The group turns in only one report for the whole group.
All members in a group receive the same grade.
While it is no obstacle for productive group work to have both
stronger and weaker group members, the active members in a group
usually get tired pretty quickly of "freeloaders";
I encourage groups to omit names of "freeloaders"
on the cover page.
Your report must have a cover page.
The cover page lists the project title,
the due date and the full names of the members of your group.
All pages of the report must be stapled together.
It is recommended to type or word-process your report when it is possible,
but it is not necessary.
Legible handwriting is sufficient.
It is not acceptable to just staple together a bunch of math
formulas and some computer graphics printouts.
You are supposed to explain in words how you proceed
in solving the problems the project addresses.
If you attach computer printouts, you have to explain their meaning.
Axes in computer graphics printouts usually are not labeled,
and sometimes not scaled. You must include these labels and scaling.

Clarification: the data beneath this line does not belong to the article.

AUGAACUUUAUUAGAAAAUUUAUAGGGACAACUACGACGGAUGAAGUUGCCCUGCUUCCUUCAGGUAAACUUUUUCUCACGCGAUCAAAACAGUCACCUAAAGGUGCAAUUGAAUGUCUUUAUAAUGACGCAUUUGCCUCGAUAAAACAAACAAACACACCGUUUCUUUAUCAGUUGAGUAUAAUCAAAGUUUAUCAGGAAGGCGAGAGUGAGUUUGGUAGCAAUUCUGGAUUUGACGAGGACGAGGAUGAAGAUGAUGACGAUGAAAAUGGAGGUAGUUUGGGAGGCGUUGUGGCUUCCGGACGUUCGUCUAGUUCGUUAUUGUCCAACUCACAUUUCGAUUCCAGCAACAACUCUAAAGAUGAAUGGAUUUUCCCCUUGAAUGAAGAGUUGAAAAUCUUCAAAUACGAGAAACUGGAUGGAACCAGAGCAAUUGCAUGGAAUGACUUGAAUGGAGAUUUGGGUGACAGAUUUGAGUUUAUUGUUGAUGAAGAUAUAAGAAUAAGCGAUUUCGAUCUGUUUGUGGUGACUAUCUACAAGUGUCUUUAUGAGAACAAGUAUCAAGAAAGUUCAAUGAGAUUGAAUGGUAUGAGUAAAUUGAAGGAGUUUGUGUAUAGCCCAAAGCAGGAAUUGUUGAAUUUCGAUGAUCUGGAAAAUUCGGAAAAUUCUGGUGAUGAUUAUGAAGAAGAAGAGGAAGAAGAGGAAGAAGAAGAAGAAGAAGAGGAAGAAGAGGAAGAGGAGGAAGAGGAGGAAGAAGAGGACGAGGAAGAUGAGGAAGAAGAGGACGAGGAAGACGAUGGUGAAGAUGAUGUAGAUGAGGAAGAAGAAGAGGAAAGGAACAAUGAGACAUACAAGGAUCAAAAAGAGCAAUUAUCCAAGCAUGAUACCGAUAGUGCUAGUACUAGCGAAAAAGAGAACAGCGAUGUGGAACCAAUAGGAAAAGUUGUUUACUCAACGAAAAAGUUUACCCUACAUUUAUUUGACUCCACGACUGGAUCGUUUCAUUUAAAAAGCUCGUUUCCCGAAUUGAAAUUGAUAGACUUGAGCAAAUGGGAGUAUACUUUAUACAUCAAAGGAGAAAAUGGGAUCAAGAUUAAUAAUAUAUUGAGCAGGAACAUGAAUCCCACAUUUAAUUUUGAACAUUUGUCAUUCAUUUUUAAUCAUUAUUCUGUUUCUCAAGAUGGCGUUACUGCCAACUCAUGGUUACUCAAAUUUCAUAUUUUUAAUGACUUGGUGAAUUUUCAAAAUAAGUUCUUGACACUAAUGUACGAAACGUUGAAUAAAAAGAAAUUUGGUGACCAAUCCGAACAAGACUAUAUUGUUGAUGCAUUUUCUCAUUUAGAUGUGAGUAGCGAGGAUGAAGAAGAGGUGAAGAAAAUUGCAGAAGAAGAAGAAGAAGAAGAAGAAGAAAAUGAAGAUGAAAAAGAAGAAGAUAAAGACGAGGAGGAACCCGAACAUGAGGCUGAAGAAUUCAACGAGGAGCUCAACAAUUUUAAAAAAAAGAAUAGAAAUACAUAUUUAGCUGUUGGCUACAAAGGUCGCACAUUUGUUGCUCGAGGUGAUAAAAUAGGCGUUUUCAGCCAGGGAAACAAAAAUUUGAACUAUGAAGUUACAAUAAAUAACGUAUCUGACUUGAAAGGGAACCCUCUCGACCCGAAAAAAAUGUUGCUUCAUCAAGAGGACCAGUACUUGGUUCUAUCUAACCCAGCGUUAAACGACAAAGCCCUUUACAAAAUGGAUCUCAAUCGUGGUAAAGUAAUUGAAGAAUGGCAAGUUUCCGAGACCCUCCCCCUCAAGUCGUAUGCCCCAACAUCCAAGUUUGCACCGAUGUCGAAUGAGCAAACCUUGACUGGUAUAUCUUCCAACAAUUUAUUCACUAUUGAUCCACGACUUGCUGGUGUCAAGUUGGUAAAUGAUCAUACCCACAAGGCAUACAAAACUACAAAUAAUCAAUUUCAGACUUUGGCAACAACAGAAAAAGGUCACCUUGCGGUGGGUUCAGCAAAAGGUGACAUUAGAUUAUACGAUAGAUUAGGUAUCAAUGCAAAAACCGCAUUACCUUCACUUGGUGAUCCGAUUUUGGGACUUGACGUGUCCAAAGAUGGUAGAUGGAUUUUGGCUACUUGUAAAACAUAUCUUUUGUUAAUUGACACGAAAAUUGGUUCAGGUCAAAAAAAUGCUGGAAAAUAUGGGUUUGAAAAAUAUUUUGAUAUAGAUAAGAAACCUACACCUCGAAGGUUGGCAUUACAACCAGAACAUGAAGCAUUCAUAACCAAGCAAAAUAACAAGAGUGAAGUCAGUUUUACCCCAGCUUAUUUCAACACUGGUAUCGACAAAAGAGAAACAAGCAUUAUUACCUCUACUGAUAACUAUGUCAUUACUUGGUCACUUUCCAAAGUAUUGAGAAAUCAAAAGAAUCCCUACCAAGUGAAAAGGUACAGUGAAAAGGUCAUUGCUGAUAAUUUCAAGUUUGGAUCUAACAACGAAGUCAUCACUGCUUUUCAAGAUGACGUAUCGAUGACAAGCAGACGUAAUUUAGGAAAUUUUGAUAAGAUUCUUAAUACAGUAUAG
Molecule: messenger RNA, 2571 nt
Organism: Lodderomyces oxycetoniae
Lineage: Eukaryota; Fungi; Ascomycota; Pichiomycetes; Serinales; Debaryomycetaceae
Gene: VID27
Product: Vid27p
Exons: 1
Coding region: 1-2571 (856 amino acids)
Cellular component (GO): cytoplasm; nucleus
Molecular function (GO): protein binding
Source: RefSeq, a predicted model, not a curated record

Working in a student group can be
productive, efficient and fun. Make sure these adjectives
apply to your group work. Each individual team member owes it to the group
to show up at group meetings, and to be a responsible member of the team.
It is in my experience detrimental to the group grade to split
some of the work into equal parts to be done by the group members individually.
It is a good idea to give each group member a
special role: try to designate e.g. a "scheduler"
to set up meetings, a "keep-on-track" person and a
"note taker" during meetings, a
"final checker" etc.
Do not expect to be able to complete a lab or a project in one shot
the evening (night?) before the due date.
Your group report has to be turned in on the due date. Late reports will not be accepted.